Whenever I feel discouraged in regards to weight loss, I just think about Oprah.  She has money, power, influence, accolades, luxury, celebrity; she can do anything, go anywhere– and do so like a boss. She has such a magic touch that there is an actual phenomenon known as “The Oprah Effect”.  All the while, she struggles to maintain a consistent weight.  This is a woman with access to trainers, chefs and all the support in the world–and it’s still the hardest thing ever. Why? Because food is delicious and gaining a whole mess of weight is quite possibly the easiest thing a person could ever do. Being Oprah, she turned her own weight-loss journey into another gold mine, chronicling all the ups and downs with Chef Rosie, and her trainer Bob. Although, it goes back further than that–to the late 80’s, when Oprah lost sixty-odd pounds, and then pulled it out onstage in a little wagon.

It’s a great visual. Grotesque, but great. Eventually that Radio Flyer’s worth of weight made it’s way back onto Winfrey’s waist line. Those pounds have been lost and found more times than anyone could count. Although, it was pretty well documented, I’m sure someone else could do that math.

Perhaps it means that you never really complete the mission. The finish line is like a mirage in the desert, or a horizon that ceases to come closer as you approach it. It’s a never ending quest to lose, and then maintain this new found physique. As I considered blogging about my own weight-loss journey, I thought of Oprah Winfrey and the fat wagon. Firstly, that it would be a fun name for a funk band, and secondly, that it was nerve-wracking enough to privately make these kind of changes, much less to shout your intentions from the roof top; inviting everyone to watch you fumble through. I didn’t want to ride in on my high horse and trumpet about my great successes…then fall off, and get trampled by said horse.

Six months into my weight loss program with Herbal One, and I’ve lost over twenty pounds and just under twenty inches.  By all rights, there should have been far more extensive changes by this point. I have the support, I have a plan, the supplements, the groundwork was laid for me to whittle down. It’s just me in my own way.  When I think about my weight-loss, I imagine water lapping along the shoreline. It goes in a little bit, and out a little bit, repeat, repeat, again, again. I could really use a low tide one of these days. It’s an arduous undertaking. Many, many changes must be made. I remember sitting down for my first meeting with owner Beth McBride and nodding profusely.  “NONE OF THIS WILL BE A PROBLEM”–I say, smugly, like a total idiot. Like any addict, I can stop anytime I want. By all means, make all the changes all at once.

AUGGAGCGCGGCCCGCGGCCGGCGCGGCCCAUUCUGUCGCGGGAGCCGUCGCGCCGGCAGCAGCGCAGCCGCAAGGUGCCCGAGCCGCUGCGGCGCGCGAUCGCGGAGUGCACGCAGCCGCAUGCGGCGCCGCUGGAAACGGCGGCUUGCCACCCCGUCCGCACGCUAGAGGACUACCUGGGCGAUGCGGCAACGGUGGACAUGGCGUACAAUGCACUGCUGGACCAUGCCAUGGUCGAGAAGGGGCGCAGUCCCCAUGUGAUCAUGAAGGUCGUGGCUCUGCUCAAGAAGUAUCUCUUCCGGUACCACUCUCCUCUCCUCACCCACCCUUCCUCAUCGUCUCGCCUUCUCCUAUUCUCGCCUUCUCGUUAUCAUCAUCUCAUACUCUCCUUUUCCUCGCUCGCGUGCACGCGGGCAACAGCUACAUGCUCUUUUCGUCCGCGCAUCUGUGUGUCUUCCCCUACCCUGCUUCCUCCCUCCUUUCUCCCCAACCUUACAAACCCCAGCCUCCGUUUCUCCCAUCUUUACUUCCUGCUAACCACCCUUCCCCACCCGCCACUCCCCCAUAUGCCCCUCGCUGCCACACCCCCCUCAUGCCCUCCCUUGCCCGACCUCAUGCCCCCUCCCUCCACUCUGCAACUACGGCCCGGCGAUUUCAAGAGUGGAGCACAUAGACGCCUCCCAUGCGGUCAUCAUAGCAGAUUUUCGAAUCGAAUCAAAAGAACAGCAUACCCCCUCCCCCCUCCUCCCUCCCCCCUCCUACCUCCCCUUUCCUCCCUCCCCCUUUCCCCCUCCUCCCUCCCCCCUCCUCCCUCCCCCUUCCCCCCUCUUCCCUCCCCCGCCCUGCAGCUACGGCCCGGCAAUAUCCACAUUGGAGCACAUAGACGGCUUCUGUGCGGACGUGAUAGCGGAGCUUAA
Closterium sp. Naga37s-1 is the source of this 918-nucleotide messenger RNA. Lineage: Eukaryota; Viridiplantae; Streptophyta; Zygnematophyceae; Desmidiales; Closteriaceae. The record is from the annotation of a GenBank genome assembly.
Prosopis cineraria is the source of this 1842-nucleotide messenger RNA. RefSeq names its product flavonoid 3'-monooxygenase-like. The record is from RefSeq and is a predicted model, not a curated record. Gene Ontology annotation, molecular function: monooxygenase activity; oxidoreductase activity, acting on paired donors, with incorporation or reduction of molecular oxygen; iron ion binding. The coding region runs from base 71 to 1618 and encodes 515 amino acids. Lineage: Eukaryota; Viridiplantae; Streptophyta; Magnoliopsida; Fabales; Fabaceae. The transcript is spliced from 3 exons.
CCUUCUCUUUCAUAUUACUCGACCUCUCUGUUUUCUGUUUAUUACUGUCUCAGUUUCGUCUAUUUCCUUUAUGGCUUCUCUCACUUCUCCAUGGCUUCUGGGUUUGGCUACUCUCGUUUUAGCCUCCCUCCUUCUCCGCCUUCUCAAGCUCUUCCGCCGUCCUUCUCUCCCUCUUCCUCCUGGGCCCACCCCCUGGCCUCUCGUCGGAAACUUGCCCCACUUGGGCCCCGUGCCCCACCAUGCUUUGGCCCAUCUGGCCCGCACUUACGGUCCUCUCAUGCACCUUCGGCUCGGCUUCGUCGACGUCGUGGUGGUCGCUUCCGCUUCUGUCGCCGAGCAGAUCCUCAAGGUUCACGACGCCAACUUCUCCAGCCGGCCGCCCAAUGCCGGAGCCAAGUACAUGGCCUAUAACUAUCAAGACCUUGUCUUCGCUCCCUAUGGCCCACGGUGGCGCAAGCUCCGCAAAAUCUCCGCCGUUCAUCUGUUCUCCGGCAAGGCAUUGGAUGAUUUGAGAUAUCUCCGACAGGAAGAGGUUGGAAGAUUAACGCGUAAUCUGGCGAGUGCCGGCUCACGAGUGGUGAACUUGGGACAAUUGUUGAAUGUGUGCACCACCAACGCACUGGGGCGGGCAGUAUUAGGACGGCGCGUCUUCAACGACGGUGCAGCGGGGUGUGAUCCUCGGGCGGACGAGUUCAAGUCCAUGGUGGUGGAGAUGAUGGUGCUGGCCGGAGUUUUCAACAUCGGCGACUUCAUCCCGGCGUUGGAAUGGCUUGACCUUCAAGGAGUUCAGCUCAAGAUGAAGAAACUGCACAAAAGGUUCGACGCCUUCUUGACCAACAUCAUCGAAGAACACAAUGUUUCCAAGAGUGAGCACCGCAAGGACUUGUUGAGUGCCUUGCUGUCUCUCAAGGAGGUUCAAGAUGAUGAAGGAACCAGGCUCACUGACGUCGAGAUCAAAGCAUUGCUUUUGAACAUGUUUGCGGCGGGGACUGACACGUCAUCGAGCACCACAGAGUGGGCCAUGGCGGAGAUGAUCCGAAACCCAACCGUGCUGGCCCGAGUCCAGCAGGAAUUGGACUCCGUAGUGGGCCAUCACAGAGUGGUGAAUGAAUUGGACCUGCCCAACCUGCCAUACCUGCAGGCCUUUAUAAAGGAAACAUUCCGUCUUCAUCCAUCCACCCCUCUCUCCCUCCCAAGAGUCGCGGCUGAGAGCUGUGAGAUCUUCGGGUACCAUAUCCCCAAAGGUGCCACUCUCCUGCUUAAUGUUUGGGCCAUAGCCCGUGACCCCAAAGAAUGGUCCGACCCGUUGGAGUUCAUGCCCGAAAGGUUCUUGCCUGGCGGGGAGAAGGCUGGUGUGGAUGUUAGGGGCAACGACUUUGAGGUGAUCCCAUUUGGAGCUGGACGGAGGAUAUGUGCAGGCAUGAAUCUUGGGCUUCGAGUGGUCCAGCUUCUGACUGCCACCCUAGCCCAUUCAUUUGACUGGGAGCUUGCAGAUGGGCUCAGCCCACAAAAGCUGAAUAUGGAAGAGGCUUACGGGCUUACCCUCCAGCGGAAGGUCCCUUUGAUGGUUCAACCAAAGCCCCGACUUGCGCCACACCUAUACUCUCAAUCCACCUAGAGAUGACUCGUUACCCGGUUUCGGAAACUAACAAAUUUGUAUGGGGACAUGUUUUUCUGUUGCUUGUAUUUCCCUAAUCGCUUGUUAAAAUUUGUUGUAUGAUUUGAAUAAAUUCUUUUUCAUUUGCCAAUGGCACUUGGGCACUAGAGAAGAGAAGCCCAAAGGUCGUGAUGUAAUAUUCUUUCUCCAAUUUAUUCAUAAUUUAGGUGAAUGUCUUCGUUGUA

I started the program after a lengthy road trip through Washington and Oregon and went to Las Vegas a week later. From there, more events, shows, mini-breaks and random outings.  So many opportunities to eat and drink.  Three weeks in New Zealand for Christmas. Sure, there was swimming and walking, but there was also so. much. cheese. Cold Ciders, gin and fresh lime, champagne, lemony French onion dip with salty potato chips. My in-laws are all foodies, and all make gorgeous, fresh meals. Of course, being on holiday, one eats 8-12 times a day, in between glasses of bubbles and the beach.

Drinking everything but water, nibbles around every corner, something decadent or deep fried around midnight.  Holiday is Latin for “seeking the next meal”. Pop into the cute café for a latte, stop at that sweet shop for an ice cream cone. Wander through a marketplace and eat all the samples. The montage that plays in my head of eating a variety of delectable goodies in a variety of foreign places makes me stare out the window wistfully.